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Re: A draft for a multibyte and multi-codepoint C string interface

>> On MacOS X all filenames are UTF-8, NFD (so they're all decomposed).
>> Composed codepoints in a filename are decomposed into their base
>> character and combining character.
>> I believe under Solaris if you mount with a special Unicode option you
>> can use either composed or decomposed and the original byte sequence
>> is used as the filename, but you can't create two files that have the
>> same normalization 
>In the systems you're describing, the OS prohibits certain kinds of
>duplication, defined as two names sharing the same normalized byte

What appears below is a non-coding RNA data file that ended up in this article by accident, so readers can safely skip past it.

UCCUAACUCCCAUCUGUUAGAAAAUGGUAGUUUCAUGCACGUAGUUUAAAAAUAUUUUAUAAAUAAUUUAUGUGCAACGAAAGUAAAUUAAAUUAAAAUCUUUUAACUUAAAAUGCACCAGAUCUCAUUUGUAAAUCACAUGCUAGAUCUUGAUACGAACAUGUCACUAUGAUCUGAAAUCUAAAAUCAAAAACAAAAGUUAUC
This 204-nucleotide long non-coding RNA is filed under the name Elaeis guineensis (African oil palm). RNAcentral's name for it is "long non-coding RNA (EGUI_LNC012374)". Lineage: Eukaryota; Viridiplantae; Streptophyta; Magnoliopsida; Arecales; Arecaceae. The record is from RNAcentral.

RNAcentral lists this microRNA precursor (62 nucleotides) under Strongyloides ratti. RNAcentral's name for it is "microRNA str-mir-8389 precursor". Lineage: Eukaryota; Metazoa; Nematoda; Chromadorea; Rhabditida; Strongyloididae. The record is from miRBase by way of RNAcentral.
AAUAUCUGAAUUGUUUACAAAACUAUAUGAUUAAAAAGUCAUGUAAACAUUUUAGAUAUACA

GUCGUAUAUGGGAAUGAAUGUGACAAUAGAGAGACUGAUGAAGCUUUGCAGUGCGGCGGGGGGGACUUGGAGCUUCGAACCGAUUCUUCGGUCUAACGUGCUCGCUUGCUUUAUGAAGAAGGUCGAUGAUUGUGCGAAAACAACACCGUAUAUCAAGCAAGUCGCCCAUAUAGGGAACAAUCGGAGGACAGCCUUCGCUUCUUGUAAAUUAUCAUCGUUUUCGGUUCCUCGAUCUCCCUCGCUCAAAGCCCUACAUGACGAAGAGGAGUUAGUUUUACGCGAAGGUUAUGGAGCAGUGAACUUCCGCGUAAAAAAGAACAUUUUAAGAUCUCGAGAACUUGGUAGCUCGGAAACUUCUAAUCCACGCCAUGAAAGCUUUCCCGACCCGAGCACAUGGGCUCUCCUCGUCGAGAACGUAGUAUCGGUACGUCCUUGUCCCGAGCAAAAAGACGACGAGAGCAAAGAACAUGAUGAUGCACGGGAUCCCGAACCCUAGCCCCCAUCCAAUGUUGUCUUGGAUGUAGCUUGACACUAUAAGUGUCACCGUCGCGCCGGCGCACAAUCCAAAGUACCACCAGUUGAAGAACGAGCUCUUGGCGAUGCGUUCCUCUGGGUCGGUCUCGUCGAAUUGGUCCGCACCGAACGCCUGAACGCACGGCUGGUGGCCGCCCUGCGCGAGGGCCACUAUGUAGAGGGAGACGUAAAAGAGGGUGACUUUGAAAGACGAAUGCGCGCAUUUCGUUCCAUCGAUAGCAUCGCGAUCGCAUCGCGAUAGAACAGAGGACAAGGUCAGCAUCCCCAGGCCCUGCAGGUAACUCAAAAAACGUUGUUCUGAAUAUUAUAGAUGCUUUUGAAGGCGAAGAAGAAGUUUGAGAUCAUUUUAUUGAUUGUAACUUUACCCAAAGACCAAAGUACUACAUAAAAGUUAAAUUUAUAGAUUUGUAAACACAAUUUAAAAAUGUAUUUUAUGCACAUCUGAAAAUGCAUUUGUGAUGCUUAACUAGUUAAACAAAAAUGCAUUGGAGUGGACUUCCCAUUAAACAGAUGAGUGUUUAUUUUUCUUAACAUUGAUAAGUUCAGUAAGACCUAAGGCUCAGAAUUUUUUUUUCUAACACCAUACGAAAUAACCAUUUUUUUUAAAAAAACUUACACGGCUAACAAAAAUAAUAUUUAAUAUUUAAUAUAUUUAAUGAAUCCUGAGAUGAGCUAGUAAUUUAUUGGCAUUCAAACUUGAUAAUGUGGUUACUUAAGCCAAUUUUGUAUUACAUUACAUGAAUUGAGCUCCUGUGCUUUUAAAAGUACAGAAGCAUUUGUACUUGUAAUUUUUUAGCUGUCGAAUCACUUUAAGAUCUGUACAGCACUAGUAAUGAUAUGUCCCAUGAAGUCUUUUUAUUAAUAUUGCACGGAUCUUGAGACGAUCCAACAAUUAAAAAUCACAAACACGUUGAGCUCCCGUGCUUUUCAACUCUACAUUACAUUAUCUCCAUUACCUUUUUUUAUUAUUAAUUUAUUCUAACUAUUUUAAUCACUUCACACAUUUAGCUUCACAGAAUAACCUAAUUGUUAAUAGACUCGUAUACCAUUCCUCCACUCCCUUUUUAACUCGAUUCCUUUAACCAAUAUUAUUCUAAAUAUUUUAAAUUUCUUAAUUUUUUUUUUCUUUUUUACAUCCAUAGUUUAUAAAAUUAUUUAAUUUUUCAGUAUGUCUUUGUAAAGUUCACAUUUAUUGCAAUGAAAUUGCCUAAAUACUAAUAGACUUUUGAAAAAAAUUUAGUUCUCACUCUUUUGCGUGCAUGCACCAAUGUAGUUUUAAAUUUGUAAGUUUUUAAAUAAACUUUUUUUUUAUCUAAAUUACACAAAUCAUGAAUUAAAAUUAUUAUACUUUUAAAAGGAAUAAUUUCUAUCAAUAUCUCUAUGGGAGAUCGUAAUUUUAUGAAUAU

>sequence.  How do they deal with duplicates when mounting filesystems
>that permit them?  

I was a bit vague on the implementation details, so let me explain the
specifics.  Technically in both cases this isn't done OS-wide (it's
not in the VFS layer), but it's done a per-filesystem basis.  In MacOS X
this is done by HFS-specific code; it doesn't apply to other filesystems.
My understanding is the same thing happens on Solaris for local filesystems,
but you have to enable that with a special mount option.

Hm, okay, so let me revise that last bit ... for Solaris, that's only
for ZFS, and it's a dataset property; it looks like that property is one
you can only set at filesystem creation time.  So anyway, the point is
that this is done per-filesystem, and those filesystems are defined so
that there is never a "duplicate" name; they can't exist.  Obviously if
you use a remote filesystem that doesn't have those properties then the
OS just treats names as a byte sequence (or does whatever is defined for
the filesystem in question).  As for whether or not this is a good idea,
I will remain silent on that issue.


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